To V or not to V

01 Feb 2018 To V or not to V

That is the question I asked when the gas had stopped at our house and my stomach was empty. Here I was, poised with my vegan dinner ready to go in the oven - the gas oven which was now gas-less. Meanwhile the crumpets and butter were screaming at me from the fridge. 

Ok so perhaps the scream was the voice inside my head. The hangry voice of “Oops! I forgot to eat lunch and getting home from the supermarket took longer than expected. Now I’m starving” In my mind, at that moment, I was like a woman stranded on a desert island with only a dairy cow as a source of food. 

But this is not a desert island, my fridge is not barren, and yes you can eat falafel cold. 

Amidst the wrestle, my flexitarian tendency rang true... I ate those crumpets and they were delicious! I ate them with lashings of butter. I am not proud of it. But neither am I ashamed. Which prompts reflection... how were my Veganuary efforts? Am I going to become a full-time vegan? To V or not to V?

Image: The Desert Island, Paul Hellier - Vietnam

Waste not

My main challenge lay in my flexitarian approach to Veganuary - only doing it three days per week. Because what do you do with the leftover take-out from your non-vegan day? Let it go bad? *cringe* No no! No Food Waste is one of the FFF icons as well. A sustainability value. Equally important. So eat the chicken curry. Yes, if I went all in with Veganuary then I would not have this predicament. But then I would have been grumpy for sure… or gone mad. Let’s not mention the moment when I stood in the supermarket staring at Reese’s Pieces on the shelf for a good 10 minutes on a vegan day. I got some quizzical looks from fellow shoppers. 

Impact 

Small things count. Whilst this blog post could be considered a long winded excuse for my flexible Veganuary attempt, consider this. Before this month I would eat animals products with every meal. I'm not a huge carnivore, but I love milk and butter. So considering this, my vegan meals equalled a big reduction by comparison. Check it out - 

I even had a few 'bonus' vegan breakfasts because I enjoyed my 'vegan porridge' creations so much. 

No shame, only pleasure 

Veganuary has been surprisingly enjoyable. Generally I’m feeling good, not deprived, thanks to my ability to create a mean stir fry.  And I have dined out with vegan and non-vegan friends alike thanks to great restaurants on the Fair Food Forager app. So whilst I was only a 3 day vegan (per week) I embraced those three days.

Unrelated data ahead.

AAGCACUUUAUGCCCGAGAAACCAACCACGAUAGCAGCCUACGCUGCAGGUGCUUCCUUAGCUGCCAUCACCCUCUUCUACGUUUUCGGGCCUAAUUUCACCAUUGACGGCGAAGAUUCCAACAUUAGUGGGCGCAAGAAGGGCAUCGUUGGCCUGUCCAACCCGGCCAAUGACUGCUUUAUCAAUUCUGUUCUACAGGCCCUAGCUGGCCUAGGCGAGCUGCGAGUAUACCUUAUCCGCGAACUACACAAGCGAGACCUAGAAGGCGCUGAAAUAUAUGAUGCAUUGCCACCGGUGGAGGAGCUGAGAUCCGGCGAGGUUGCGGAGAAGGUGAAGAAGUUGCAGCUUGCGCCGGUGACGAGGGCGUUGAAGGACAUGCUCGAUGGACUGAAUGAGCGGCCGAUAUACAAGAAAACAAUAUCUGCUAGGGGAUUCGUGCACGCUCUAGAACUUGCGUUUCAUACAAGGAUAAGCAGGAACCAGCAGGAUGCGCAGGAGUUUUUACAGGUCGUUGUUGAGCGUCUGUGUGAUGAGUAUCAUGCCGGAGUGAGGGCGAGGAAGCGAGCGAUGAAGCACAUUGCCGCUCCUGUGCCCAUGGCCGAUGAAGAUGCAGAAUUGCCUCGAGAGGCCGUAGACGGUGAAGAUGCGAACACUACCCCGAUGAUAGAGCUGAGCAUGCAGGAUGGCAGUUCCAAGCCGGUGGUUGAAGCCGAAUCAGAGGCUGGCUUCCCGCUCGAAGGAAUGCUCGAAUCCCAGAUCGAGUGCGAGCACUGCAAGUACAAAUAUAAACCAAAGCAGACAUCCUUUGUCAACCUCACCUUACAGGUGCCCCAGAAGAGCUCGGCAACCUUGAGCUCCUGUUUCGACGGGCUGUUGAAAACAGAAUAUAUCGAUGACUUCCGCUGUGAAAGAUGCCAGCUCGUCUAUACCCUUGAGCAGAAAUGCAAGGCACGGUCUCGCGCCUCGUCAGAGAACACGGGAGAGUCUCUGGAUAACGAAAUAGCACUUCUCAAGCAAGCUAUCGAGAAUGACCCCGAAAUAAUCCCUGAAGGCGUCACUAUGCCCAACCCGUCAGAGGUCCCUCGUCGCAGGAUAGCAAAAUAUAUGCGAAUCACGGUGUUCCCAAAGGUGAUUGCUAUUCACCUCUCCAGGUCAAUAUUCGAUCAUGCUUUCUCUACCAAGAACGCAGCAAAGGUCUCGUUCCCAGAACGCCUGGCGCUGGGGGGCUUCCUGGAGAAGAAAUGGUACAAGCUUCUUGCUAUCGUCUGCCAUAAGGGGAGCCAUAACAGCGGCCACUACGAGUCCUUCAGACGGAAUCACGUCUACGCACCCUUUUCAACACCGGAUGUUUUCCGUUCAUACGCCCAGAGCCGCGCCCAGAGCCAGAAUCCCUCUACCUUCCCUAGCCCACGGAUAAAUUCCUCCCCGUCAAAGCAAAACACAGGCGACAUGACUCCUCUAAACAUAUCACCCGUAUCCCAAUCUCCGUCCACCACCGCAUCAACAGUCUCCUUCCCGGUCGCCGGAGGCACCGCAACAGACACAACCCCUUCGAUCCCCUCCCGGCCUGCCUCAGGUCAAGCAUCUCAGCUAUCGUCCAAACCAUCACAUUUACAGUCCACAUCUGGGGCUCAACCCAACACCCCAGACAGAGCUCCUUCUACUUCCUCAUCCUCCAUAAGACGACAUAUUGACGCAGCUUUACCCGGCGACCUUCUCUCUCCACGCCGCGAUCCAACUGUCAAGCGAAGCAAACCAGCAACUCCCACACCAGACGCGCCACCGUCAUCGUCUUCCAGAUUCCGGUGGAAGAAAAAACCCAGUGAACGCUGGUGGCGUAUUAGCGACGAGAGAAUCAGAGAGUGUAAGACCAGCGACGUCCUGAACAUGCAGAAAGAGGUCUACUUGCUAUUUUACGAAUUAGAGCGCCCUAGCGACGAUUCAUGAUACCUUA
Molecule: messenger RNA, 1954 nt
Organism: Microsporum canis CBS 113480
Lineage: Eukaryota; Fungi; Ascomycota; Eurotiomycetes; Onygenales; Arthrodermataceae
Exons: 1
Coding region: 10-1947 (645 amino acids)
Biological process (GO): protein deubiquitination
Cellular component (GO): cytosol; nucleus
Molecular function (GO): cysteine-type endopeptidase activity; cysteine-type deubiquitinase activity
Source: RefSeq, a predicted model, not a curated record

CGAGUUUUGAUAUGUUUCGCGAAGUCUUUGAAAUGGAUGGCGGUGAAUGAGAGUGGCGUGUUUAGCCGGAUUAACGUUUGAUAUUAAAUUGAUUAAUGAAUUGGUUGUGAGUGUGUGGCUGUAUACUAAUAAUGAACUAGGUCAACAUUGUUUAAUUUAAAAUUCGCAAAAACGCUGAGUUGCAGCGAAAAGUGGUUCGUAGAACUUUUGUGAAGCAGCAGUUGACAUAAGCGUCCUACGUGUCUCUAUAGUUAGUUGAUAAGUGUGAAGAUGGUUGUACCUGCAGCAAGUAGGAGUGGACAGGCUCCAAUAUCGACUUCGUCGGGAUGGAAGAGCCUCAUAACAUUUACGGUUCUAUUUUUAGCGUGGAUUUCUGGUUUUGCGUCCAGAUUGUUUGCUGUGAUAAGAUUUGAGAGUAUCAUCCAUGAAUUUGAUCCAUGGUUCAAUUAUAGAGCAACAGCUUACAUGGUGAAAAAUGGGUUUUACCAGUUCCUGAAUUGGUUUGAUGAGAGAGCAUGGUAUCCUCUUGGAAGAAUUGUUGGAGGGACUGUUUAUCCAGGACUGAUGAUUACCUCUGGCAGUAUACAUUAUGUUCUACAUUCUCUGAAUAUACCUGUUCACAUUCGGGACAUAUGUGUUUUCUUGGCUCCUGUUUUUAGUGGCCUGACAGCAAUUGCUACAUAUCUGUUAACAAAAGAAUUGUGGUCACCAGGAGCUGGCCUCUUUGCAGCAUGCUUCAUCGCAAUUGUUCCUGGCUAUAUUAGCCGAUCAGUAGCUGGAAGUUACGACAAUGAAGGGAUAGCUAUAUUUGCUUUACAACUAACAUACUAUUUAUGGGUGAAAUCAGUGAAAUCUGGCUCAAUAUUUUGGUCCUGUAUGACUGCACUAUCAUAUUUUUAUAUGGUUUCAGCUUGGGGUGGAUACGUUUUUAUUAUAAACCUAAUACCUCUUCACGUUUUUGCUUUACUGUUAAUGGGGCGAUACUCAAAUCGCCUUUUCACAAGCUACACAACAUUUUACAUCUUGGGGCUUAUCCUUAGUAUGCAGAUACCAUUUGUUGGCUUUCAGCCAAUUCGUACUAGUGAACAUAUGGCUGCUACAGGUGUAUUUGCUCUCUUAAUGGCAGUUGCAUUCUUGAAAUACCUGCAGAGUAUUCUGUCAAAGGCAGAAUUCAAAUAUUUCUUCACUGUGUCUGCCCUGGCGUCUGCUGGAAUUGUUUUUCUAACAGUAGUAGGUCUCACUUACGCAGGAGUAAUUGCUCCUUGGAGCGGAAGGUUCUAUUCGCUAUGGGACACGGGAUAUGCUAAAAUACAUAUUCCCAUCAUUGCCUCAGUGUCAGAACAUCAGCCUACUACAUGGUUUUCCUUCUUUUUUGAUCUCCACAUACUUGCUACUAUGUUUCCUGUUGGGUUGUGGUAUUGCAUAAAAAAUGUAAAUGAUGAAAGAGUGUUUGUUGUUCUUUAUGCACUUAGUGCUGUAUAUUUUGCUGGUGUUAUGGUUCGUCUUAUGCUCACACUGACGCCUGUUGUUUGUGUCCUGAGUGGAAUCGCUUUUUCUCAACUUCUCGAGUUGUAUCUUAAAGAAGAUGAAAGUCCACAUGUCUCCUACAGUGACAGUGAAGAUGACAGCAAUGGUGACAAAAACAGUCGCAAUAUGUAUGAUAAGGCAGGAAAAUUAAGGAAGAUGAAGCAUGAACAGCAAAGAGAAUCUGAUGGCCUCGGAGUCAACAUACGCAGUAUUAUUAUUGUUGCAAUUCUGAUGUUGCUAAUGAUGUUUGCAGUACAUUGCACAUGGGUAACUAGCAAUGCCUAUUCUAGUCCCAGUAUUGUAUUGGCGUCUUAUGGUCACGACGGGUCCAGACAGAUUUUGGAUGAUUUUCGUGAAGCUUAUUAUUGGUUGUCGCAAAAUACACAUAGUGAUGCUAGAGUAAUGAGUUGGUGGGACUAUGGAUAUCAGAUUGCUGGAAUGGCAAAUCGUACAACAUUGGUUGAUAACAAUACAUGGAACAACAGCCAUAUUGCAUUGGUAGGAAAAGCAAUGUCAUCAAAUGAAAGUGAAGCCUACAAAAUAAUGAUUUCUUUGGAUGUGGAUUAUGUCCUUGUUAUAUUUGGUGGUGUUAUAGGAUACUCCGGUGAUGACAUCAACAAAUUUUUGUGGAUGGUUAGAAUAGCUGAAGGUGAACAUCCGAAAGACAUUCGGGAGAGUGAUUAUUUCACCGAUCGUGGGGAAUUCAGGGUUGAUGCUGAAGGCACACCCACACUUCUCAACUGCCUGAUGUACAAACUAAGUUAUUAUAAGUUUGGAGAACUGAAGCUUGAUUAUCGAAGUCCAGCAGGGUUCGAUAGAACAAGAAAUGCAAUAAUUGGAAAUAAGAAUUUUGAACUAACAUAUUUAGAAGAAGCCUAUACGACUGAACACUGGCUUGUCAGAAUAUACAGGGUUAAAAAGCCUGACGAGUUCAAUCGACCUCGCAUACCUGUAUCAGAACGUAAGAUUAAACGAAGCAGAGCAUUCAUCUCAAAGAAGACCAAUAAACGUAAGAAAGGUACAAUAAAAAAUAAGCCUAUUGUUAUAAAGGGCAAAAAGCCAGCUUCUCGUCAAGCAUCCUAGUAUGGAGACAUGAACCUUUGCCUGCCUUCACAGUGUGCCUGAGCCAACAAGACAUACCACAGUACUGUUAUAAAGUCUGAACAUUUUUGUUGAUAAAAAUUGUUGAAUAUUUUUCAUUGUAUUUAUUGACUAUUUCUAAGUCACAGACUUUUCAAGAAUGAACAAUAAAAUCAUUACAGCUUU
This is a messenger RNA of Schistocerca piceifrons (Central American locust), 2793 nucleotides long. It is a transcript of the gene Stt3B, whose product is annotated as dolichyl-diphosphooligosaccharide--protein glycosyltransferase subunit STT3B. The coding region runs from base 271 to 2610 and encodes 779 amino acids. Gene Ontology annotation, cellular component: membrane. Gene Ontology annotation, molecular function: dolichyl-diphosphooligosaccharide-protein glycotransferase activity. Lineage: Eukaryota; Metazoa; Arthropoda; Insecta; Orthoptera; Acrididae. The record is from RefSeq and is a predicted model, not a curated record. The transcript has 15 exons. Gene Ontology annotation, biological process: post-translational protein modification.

But at Week 3 the cheese cravings hit me like a tonne of bricks. I meditated on it continuously. So I made the Cauliflower 'Cheese' from So Vegan, which took the edge off. Oh and there was that time I ate half a block of milk chocolate without thinking. Normally I'm a dark chocolate kinda gal, so it didn't even cross my mind. 

However, I made a decision not to feel bad about consuming animal products, only celebrate the plant-based. 

My goal for Veganuary was not to be 100% vegan and hate it. It was to change my mindset & associate the v-word with pleasure and good food

Going vegan is a challenge, but it's helpful for creating new habits and eating with a lighter impact on the planet. 

Image: Elle, our resident vegan, with the help of Balinese Spice Magic Wollongong

Here's an easy way to start... 

  • Find a 'regular' you love - some of mine include oats with oat milk and jam, hummus on toast, carrot & celery sticks with nut butter, cauliflower "cheese" bake, choc vegan cupcakes
  • Swap the simple everyday things - plant-based spreads instead of butter, oat milk instead of cows milk in coffee (yum!!!) 
  • Play around - try new recipes! vegan baking is quite easy once you understand the principles... and it's delicious!!

Now I think twice before adding milk to my porridge or cooking eggs for breakfast on the weekend. There is a new normal for me, a more green leafy normal. Or should I say oven roasted aubergine with coconut oil and paprika normal …mmm yes that does sound good.  I still don’t like the ‘v’ word very much. There is so much tied up in the word - preconceived idea, societal attitudes etc. But plant-based eating is delicious. 

So, maybe we could call it ‘Plant-based Pleasure Month’ instead? 


Dayna Ortner - UK Director

A foodie with fierce skills in the kitchen, Dayna loves to try new recipes and is always playing around with flavours. She loves to travel and is passionate about bringing people together with good food and making the world a better place.  Based in Oxford, she manages the UK branch of Team Forager. 

Cover image: Ozan Safak on Unsplash

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